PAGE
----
Estonia has withdrawn permits from one thousand crypto companies this year.
One of the countries lauded as being among the most crypto friendly in the European Union revoked the licenses of more than 1,000 crypto firms in 2020.
According to news outlet Postimees, Estonia’s Financial Intelligence Unit, or FIU, has revoked the licenses of roughly 70% of virtual currency companies operating in the country this year. Veiko Tali, the Deputy Secretary General of the Government Committee for the Prevention of Money Laundering and Terrorist Financing, said the remaining crypto firms also required “close attention” given the potential risks:
“We need to monitor the development of new technologies and manage the associated money laundering risks.”
The media outlet stated that there are 400 crypto-related service providers remaining with the appropriate licenses in Estonia following the purge. The financial watchdog reported that 900 such firms operated in the country last year.
A major crackdown occurred in June, when the FIU revoked the licenses of 500 crypto firms in response to a $220 billion money laundering scandal in Estonia. Regulators withdrew the permits as the crypto companies had failed to start operations within six months of being licensed.
At the time, FIU head Madis Reimand called the financial watchdog’s actions the “first step in tidying up the market.”
In 2017, the country was seen by many as a crypto trailblazer with a series of laws seemingly intended to encourage exchanges and ICOs. However, the regulatory landscape in Estonia has since changed, and goes beyond the requirements of the EU’s 2019 Know Your Customer laws, making the path for licensed crypto firms attempting to comply with local regulations more difficult.
BitBay went down at approximately 4:28 PM UTC today.
Estonia-based cryptocurrency exchange BitBay went offline for almost two hours on Monday without explanation.
According to a tweet posted by BitBay on Oct. 12, the exchange went down at approximately 4:28 PM (UTC) today before resuming trading at 6:10 PM. BitBay posted an update before it had resolved the unnamed issue, announcing its plan to launch the platform with “the blocked possibility of transaction processing.” Users had 30 minutes to cancel offers posted on the exchange shortly before it went offline.
This incident is BitBay’s second unscheduled outage in 2020. In March, users were unable to trade for more than 18 hours after the exchange said it struggled with a “network problem” resulting from its “external service provider.”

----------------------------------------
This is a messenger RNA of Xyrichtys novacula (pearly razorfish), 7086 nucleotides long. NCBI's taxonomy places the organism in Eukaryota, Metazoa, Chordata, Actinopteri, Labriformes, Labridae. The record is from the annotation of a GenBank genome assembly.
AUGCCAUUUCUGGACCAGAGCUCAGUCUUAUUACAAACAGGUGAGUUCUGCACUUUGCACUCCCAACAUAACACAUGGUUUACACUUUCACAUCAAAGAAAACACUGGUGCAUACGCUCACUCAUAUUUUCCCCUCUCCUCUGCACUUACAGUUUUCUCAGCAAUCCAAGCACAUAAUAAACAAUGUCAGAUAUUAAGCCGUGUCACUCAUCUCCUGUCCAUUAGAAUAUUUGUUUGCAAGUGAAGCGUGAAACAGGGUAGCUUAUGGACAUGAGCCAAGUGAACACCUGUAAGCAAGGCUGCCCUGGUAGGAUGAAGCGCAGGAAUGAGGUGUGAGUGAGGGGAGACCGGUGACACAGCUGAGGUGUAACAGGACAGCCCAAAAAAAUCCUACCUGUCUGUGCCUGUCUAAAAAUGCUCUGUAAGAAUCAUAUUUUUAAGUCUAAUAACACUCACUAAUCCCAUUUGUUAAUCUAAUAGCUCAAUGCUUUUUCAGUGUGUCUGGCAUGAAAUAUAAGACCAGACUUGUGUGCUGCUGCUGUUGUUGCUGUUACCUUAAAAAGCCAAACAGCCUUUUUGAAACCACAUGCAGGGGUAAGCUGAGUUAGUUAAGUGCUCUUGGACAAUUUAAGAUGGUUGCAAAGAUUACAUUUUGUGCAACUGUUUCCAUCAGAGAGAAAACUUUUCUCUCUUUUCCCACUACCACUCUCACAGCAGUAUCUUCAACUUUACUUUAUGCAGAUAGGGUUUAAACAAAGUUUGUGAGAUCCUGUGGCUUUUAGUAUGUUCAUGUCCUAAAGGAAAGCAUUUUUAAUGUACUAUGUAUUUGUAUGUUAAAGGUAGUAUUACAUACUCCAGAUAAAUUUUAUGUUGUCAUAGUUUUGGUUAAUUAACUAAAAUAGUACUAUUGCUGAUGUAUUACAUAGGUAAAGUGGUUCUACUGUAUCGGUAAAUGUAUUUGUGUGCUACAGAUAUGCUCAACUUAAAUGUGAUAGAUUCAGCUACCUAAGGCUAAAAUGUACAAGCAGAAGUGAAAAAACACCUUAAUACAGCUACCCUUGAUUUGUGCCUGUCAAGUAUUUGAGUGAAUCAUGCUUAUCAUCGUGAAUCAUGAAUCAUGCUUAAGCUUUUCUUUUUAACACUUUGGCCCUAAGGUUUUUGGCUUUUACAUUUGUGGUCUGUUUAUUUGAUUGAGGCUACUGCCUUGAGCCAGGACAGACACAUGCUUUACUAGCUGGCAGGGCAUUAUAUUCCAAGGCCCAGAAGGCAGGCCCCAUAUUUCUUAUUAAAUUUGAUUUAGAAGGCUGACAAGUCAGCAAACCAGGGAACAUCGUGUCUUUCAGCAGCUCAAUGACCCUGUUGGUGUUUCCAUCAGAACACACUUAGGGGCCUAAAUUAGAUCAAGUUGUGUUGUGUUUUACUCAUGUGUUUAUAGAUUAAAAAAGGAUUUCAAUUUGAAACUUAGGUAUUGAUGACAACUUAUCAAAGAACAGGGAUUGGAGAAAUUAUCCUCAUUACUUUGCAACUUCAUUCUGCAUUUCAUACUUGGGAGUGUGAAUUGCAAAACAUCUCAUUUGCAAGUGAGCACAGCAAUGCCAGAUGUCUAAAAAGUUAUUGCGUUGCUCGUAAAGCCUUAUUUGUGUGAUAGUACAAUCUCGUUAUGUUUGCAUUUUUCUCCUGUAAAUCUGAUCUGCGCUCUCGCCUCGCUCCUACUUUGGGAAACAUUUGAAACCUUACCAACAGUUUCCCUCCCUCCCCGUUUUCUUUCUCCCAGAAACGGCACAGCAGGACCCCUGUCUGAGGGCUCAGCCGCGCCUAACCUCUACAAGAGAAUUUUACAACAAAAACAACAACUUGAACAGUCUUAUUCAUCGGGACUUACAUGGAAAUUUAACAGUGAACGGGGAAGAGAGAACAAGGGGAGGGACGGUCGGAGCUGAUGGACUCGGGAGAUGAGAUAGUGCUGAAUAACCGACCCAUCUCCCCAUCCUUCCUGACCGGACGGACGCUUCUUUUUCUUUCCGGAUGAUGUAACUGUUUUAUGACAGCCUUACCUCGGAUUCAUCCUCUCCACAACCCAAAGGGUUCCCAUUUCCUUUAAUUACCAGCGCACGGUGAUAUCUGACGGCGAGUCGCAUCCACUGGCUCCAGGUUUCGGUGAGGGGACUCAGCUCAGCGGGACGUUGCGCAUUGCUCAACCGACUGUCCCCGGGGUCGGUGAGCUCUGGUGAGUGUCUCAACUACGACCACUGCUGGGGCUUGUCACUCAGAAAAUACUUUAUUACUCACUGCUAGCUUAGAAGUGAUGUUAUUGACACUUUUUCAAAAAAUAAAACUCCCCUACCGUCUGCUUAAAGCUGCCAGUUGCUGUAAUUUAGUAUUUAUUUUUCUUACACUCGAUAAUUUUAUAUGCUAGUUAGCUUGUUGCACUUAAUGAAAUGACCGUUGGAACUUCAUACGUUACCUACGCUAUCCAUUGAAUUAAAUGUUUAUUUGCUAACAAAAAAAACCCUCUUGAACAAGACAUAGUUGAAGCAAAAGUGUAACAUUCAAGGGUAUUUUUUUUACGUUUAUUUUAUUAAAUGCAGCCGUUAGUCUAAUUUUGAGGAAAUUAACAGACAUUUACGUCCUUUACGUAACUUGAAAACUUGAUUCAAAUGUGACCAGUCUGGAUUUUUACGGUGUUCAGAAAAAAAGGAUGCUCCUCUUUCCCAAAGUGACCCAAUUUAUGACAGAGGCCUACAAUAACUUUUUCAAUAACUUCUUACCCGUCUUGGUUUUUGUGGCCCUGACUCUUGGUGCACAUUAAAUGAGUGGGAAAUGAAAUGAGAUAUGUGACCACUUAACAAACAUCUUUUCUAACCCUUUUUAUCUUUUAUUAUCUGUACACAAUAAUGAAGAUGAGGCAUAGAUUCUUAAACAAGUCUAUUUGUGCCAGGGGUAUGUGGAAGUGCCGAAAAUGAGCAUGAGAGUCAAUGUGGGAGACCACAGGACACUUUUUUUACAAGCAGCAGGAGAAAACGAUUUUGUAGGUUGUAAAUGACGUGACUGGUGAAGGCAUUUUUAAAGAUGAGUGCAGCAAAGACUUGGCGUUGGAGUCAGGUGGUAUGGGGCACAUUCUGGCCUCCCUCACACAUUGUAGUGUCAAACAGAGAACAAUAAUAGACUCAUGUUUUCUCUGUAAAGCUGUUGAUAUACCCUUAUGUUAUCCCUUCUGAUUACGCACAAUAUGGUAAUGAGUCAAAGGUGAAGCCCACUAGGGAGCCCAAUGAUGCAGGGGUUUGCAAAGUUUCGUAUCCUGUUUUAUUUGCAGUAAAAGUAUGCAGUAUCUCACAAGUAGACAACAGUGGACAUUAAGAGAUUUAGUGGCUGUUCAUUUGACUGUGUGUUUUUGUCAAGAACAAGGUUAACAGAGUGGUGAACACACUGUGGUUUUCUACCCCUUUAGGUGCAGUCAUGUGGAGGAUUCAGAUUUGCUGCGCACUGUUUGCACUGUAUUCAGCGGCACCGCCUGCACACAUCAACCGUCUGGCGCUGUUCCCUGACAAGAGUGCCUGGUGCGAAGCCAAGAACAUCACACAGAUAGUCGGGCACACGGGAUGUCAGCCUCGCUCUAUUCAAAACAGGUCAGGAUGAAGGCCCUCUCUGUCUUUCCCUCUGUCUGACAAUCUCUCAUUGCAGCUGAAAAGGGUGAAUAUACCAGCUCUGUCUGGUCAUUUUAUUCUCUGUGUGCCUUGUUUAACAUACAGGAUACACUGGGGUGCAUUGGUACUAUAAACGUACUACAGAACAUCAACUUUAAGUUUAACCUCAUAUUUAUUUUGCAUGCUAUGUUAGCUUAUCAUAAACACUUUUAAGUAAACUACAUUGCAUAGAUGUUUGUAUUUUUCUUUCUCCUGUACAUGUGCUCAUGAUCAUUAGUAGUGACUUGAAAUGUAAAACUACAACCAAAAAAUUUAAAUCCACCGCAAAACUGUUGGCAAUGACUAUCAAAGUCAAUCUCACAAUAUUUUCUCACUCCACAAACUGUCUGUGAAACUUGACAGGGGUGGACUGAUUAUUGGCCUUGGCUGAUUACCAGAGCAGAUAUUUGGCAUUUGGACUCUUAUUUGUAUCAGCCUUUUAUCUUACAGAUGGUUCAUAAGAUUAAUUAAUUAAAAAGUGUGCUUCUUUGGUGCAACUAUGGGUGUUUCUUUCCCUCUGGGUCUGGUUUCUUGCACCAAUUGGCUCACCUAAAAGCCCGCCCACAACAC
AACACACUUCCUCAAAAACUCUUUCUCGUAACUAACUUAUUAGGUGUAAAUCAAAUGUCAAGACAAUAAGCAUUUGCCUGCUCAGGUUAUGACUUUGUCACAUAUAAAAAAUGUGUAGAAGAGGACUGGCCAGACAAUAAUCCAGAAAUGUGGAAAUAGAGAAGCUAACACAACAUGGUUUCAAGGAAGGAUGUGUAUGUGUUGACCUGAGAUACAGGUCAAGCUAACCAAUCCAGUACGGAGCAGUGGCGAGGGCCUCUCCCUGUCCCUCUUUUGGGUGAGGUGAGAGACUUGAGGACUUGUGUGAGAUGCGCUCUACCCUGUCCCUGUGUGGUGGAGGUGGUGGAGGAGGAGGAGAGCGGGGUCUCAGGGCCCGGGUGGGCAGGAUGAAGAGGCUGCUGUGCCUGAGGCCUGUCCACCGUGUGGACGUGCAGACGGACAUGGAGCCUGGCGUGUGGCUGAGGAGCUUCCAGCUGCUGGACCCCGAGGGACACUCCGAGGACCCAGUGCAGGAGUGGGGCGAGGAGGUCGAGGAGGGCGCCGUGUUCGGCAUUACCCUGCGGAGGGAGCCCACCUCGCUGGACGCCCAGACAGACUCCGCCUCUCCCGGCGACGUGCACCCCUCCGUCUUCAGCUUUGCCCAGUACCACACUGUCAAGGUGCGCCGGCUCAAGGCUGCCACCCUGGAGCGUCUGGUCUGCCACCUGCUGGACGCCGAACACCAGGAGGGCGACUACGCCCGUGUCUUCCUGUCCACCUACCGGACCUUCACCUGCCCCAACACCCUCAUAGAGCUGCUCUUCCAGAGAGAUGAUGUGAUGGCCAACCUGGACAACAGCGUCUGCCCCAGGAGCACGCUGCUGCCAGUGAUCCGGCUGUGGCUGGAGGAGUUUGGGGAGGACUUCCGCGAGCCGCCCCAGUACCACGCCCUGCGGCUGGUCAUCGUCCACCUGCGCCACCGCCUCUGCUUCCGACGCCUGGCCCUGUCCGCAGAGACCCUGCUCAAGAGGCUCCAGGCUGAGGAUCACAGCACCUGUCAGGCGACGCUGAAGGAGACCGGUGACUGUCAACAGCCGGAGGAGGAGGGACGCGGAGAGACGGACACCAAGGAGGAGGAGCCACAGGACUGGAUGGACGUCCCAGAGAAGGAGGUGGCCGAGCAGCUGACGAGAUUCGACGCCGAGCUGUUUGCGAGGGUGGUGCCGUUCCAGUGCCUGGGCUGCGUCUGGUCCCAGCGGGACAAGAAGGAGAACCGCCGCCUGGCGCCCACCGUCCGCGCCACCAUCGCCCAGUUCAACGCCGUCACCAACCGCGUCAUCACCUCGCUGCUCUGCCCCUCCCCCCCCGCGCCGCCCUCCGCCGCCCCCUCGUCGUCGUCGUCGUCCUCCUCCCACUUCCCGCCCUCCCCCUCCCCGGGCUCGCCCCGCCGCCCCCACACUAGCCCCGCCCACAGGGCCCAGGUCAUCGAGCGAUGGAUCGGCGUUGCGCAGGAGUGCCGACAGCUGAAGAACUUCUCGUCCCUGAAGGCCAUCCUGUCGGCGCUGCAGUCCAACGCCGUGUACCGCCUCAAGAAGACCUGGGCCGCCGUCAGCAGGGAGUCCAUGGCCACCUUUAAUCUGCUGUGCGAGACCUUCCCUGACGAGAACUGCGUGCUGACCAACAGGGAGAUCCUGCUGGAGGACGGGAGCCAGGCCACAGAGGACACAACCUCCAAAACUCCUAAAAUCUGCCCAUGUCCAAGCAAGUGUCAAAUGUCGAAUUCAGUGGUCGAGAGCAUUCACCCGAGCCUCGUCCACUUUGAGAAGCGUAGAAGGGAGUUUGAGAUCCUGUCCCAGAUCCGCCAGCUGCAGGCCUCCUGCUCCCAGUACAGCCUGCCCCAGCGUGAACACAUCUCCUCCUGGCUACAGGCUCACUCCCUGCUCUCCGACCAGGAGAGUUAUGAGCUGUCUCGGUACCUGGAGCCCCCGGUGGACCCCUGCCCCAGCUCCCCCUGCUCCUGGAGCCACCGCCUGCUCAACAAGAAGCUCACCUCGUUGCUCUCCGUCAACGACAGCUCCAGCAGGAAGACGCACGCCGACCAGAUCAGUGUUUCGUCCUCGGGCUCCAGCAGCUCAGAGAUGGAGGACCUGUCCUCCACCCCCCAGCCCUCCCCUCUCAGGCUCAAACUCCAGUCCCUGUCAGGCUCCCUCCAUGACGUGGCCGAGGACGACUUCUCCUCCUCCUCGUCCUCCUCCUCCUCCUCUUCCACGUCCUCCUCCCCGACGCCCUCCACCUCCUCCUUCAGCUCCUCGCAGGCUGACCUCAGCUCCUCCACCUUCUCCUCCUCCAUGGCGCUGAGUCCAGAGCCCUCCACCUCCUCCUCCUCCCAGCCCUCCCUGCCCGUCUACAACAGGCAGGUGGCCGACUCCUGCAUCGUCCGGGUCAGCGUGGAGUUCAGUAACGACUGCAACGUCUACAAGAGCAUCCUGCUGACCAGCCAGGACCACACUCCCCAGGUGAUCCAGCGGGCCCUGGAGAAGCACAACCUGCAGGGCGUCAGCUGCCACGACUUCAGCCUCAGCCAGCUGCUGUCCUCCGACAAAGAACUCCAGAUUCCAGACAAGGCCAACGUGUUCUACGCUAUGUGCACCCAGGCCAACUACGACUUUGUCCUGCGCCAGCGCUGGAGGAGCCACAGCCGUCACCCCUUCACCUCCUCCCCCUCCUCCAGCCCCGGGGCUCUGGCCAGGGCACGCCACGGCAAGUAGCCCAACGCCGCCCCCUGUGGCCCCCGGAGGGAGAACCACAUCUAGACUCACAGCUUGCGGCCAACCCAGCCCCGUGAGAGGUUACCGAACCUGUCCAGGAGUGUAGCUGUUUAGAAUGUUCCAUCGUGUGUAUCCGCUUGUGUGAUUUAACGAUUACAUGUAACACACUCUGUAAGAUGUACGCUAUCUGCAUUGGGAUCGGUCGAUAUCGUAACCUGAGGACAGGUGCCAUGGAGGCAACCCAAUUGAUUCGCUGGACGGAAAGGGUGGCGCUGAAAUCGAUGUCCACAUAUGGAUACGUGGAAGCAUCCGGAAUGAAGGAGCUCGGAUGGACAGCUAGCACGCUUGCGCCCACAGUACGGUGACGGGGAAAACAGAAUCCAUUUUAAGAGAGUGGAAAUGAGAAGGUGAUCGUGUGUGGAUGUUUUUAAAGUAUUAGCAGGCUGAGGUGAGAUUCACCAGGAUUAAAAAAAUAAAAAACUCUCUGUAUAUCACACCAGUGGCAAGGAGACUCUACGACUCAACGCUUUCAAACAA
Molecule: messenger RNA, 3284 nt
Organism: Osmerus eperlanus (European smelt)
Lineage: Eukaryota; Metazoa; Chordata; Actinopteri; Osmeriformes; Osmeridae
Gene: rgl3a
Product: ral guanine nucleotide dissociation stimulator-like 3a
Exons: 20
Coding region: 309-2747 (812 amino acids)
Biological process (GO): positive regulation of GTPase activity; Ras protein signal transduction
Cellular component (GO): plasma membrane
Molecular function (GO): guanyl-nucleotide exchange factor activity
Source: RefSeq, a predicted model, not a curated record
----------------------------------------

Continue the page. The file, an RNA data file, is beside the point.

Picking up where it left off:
The shorter outage time today resulted in far less concern on social media than the episode earlier this year, but at least one user referenced BitBay’s network issues in March.
“Are you guys playing with your investors’ emotions?” said Crypto Twitter user Binod Kumar. “It’s still not working.”
BitBay claims to have an annual volume of 547,000 Bitcoin (BTC), or roughly $6.4 billion at the time of writing.
They’re following other central banks, including the European Central Bank, into studying virtual currencies.
The Estonian central bank, Eesti Pank, announced the launch of a research program to study how to build a digital currency infrastructure.
According to a statement, Eesti Pank partnered with technology companies SW7 Group and Guardtime for the research project. It aims to see if a keyless signature infrastructure (KSI) blockchain solution can run its virtual currency program. Estonia already uses KSI blockchain technology for its e-government services. The bank’s project will also look into new payment solutions “that can be made possible by using electronic IDs and other Estonian e-government solutions.”
The project, however, will not specify which technologies should be used.
The project will consist of several phases and will last about two years. The first phase will study how to build a scalable, practical, and secure platform that meets the requirements of digital funds. At the same time, the platform also needs to tick the boxes of speed, security, privacy, and resilience.
Rainer Olt, head of the bank’s Payment Systems Department, said:
“As a small central bank, Eesti Pank carefully chooses which development projects of euro area central banks we can make a meaningful contribution to. Over the years, Estonia has developed unique know-how on how to maintain a secure, private and efficient e-government. Estonia’s unique wealth of experience provides a good impetus to launch a project with technology companies SW7 and Guardtime to explore technological opportunities. The latter is Estonia’s long-term cooperation partner in the field of the blockchain and a complete top in the world in its field.”
The bank stressed that they are continually striving to develop the financial environment and their payment system to keep pace with the times and meet the needs of citizens.
Estonia has been leaning towards blockchain technology though its e-residency program recently came under fire when e-residents were linked to scams.
Last month, European Central Bank president Christine Lagarde explained that adopting the digital euro does not mean dispensing with the fiat.
A team of professional developers from Estonia is launching a new crypto exchanger Swep.io. Being extremely enthusiastic about making a name on the market Swep.io team has serious plans on improving and adding features into their brainchild. Swep.io users can already choose from more than 121 crypto coins in order to proceed in exchange operations […]
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